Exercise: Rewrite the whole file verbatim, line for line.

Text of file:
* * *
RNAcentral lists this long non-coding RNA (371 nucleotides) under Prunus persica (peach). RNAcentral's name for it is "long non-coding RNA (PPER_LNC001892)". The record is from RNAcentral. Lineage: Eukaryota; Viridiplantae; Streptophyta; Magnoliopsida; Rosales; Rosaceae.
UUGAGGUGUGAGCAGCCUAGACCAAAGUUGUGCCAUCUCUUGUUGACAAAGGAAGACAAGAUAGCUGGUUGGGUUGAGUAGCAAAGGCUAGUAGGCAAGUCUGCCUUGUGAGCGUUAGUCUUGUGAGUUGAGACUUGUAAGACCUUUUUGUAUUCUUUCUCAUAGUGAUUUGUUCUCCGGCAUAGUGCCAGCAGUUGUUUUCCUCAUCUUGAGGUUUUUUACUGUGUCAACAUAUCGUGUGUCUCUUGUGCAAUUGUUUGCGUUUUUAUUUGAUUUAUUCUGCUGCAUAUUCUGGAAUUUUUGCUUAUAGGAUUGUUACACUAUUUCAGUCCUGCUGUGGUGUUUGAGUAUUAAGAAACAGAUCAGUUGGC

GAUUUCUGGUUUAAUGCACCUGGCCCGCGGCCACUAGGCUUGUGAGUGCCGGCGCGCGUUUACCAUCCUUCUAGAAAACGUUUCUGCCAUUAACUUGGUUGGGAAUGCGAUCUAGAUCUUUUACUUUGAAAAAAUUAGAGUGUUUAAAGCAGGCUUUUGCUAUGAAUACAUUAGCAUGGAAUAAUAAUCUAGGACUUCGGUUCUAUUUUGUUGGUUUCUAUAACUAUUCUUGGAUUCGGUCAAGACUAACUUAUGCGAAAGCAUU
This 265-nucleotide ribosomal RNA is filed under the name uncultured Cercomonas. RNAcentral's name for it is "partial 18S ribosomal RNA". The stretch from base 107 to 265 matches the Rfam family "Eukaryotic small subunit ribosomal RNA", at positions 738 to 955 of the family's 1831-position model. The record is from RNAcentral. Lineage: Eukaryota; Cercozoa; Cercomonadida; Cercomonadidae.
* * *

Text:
RNAcentral lists this long non-coding RNA (371 nucleotides) under Prunus persica (peach). RNAcentral's name for it is "long non-coding RNA (PPER_LNC001892)". The record is from RNAcentral. Lineage: Eukaryota; Viridiplantae; Streptophyta; Magnoliopsida; Rosales; Rosaceae.
UUGAGGUGUGAGCAGCCUAGACCAAAGUUGUGCCAUCUCUUGUUGACAAAGGAAGACAAGAUAGCUGGUUGGGUUGAGUAGCAAAGGCUAGUAGGCAAGUCUGCCUUGUGAGCGUUAGUCUUGUGAGUUGAGACUUGUAAGACCUUUUUGUAUUCUUUCUCAUAGUGAUUUGUUCUCCGGCAUAGUGCCAGCAGUUGUUUUCCUCAUCUUGAGGUUUUUUACUGUGUCAACAUAUCGUGUGUCUCUUGUGCAAUUGUUUGCGUUUUUAUUUGAUUUAUUCUGCUGCAUAUUCUGGAAUUUUUGCUUAUAGGAUUGUUACACUAUUUCAGUCCUGCUGUGGUGUUUGAGUAUUAAGAAACAGAUCAGUUGGC

GAUUUCUGGUUUAAUGCACCUGGCCCGCGGCCACUAGGCUUGUGAGUGCCGGCGCGCGUUUACCAUCCUUCUAGAAAACGUUUCUGCCAUUAACUUGGUUGGGAAUGCGAUCUAGAUCUUUUACUUUGAAAAAAUUAGAGUGUUUAAAGCAGGCUUUUGCUAUGAAUACAUUAGCAUGGAAUAAUAAUCUAGGACUUCGGUUCUAUUUUGUUGGUUUCUAUAACUAUUCUUGGAUUCGGUCAAGACUAACUUAUGCGAAAGCAUU
This 265-nucleotide ribosomal RNA is filed under the name uncultured Cercomonas. RNAcentral's name for it is "partial 18S ribosomal RNA". The stretch from base 107 to 265 matches the Rfam family "Eukaryotic small subunit ribosomal RNA", at positions 738 to 955 of the family's 1831-position model. The record is from RNAcentral. Lineage: Eukaryota; Cercozoa; Cercomonadida; Cercomonadidae.